Category: Mapping Landscape Changes and Species Distribution

Oh Deer! Where are the Mule Deer Going?

Mule deer are economically and ecologically important to the Southern Rockies; however, their populations are currently on the decline. Mule deer are migratory animals that are capable of traveling a few hundred miles from their summer to winter habitats and therefore require safe, uninterrupted passageways that will allow them to continue migrating without navigating over anthropogenic obstructions such as roads, oil well pads, and fences.

El Salvador’s Changing Landscape: Getting to the Ground Truth

Tropical forests are vital ecosystems because of their rich biodiversity and carbon sequestration abilities. Unfortunately, due to a number of factors, these forests are threatened by deforestation and forest degradation and are in need of comprehensive management strategies.

Where’s a Bird to Go? Mapping Wetland Restoration on the Pacific Flyway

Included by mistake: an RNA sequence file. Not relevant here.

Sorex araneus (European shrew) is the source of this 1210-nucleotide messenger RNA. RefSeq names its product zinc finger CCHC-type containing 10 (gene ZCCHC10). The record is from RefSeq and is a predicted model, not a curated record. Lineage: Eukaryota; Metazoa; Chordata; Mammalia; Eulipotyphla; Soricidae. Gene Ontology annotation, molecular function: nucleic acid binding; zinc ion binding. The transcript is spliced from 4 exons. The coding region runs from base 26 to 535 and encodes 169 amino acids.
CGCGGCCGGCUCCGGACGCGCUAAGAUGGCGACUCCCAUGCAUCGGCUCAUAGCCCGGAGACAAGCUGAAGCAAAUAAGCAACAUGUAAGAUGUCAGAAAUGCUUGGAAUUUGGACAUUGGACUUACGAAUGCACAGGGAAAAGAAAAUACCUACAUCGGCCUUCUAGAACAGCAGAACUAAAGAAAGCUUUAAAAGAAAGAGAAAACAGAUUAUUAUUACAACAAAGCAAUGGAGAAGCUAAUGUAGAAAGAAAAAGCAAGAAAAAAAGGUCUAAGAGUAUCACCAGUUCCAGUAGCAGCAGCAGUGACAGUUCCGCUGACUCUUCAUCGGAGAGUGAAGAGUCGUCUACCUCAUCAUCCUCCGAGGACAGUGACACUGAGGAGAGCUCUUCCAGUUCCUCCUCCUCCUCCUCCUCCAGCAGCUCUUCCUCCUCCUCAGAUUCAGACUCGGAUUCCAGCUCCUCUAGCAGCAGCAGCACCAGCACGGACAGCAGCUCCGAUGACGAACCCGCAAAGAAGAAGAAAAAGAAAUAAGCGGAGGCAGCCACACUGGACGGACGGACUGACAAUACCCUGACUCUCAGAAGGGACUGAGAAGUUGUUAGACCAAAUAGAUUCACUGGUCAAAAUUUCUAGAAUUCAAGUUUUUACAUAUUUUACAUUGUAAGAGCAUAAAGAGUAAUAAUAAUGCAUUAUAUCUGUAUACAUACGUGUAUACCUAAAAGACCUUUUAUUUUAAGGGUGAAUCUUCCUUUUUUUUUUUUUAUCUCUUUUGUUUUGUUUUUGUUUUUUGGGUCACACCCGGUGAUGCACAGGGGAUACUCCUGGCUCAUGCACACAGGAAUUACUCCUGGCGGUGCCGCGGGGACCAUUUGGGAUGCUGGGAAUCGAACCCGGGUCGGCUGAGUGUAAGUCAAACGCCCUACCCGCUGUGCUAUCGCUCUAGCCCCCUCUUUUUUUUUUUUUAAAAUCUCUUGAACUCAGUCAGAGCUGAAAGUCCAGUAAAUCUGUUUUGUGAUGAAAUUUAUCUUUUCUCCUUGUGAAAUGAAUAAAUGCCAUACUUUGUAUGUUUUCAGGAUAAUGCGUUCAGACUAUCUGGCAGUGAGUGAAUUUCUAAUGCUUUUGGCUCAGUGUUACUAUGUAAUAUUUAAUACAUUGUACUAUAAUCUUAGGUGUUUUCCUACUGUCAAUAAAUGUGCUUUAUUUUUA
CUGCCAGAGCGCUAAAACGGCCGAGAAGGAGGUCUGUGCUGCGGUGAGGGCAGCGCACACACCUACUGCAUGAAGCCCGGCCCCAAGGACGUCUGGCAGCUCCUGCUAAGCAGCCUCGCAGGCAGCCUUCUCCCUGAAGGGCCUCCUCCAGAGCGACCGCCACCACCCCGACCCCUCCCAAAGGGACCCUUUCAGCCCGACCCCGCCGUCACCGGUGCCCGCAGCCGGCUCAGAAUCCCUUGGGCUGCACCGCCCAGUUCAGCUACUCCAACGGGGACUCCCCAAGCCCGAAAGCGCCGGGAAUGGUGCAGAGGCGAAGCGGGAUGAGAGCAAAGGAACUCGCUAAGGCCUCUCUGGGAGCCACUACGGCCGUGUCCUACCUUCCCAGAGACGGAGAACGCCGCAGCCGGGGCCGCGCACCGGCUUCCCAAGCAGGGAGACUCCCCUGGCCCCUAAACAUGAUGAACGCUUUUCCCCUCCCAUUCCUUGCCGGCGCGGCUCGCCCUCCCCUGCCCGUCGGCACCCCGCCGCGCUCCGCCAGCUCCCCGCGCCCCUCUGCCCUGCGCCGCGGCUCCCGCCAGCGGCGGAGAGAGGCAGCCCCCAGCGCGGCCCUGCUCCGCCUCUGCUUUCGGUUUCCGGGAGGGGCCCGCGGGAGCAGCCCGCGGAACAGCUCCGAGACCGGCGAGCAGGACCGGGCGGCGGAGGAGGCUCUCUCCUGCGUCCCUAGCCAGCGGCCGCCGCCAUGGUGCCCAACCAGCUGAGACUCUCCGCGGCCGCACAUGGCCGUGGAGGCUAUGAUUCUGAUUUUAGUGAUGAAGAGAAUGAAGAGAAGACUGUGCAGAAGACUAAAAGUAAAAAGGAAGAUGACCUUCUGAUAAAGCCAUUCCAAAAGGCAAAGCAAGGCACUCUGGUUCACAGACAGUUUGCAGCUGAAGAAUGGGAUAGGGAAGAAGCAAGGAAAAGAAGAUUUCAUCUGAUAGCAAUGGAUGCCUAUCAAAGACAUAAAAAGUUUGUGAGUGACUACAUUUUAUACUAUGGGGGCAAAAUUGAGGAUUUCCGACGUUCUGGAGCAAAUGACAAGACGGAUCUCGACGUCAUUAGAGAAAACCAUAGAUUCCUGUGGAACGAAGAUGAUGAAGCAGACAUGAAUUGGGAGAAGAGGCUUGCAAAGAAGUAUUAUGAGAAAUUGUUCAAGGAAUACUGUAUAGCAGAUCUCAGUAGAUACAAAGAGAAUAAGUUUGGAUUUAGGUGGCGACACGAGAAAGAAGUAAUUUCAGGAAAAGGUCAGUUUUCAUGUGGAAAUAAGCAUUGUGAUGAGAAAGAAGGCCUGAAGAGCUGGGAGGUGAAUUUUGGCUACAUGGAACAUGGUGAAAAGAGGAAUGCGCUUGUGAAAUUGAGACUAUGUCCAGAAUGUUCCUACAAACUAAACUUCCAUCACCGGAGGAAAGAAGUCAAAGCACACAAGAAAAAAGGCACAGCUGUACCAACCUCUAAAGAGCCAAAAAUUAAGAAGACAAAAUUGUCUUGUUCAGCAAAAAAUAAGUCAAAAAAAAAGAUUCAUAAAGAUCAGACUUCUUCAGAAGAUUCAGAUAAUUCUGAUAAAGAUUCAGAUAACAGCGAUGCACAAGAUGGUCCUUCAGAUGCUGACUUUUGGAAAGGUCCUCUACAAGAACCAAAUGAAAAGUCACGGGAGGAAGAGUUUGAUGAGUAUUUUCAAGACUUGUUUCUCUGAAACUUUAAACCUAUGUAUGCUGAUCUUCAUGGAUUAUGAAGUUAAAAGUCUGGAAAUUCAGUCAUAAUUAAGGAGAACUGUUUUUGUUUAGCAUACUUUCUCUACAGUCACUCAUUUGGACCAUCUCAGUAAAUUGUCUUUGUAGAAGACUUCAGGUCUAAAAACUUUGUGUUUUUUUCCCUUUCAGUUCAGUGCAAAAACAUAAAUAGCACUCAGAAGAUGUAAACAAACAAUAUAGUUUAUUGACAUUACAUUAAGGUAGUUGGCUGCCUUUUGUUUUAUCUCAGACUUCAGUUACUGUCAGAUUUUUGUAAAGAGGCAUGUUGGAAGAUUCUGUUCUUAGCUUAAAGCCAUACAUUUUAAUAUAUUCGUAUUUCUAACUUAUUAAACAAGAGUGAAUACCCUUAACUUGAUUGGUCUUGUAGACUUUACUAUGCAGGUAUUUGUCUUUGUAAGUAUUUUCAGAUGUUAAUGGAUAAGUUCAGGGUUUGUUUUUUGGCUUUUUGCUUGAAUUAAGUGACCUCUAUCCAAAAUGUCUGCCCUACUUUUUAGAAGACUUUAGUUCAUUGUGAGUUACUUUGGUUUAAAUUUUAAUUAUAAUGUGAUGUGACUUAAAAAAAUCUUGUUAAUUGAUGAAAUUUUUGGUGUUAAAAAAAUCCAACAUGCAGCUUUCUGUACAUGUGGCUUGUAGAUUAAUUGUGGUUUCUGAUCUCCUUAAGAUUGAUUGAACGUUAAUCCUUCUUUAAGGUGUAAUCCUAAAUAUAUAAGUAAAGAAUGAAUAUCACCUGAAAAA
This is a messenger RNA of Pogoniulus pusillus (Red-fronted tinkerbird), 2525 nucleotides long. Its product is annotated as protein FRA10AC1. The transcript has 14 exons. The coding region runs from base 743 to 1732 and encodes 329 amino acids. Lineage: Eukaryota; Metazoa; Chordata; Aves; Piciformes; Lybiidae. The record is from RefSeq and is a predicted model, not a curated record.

The Bolsa Chica Ecological Reserve in Huntington Beach, California, consists of 1,550 acres of undeveloped coastal wetland and is home to several endangered species, including Rallus longirostris levipes and Sterna antillarum browni, which fly along the Pacific flyway. Since the 1800s, farming, land subsidence, resource extraction, and land development have impacted these wetlands, affecting the habitat’s biodiversity.

Calamity in Kalimantan: Palm Oil Growth at the Expense of Diversity

Indonesia is the world’s leading producer of palm oil. To keep pace with the continued worldwide expansion of palm oil demand, the government of Indonesia formulated an agricultural policy with the express purpose of doubling palm oil production by 2020. Unfortunately, palm oil plantation expansion comes at the cost of natural rainforest and biodiversity loss in the Central Kalimantan region.

Bogged Down in Phragmites: Assessing Risk in the Great Lakes Basin

Phragmites australis is an invasive species that threatens wetland habitats in the Great Lakes and St. Lawrence River basin. Governments in both Canada and the United States recognize that Phragmites detection is a first line of defense in limiting the spread of this species.

Playing with Fire: Delineating Fire History with Earth Observations

The Laramie Mountain Range, located in southeastern Wyoming, supports a multitude of plant and animal communities as well as human activities. Recreational opportunities, ample views, and critical mule deer (Odocoileus hemionus) and elk (Cervus canadensis) habitat are facets that depend heavily upon the presence of aspen (Populous tremuloides) communities.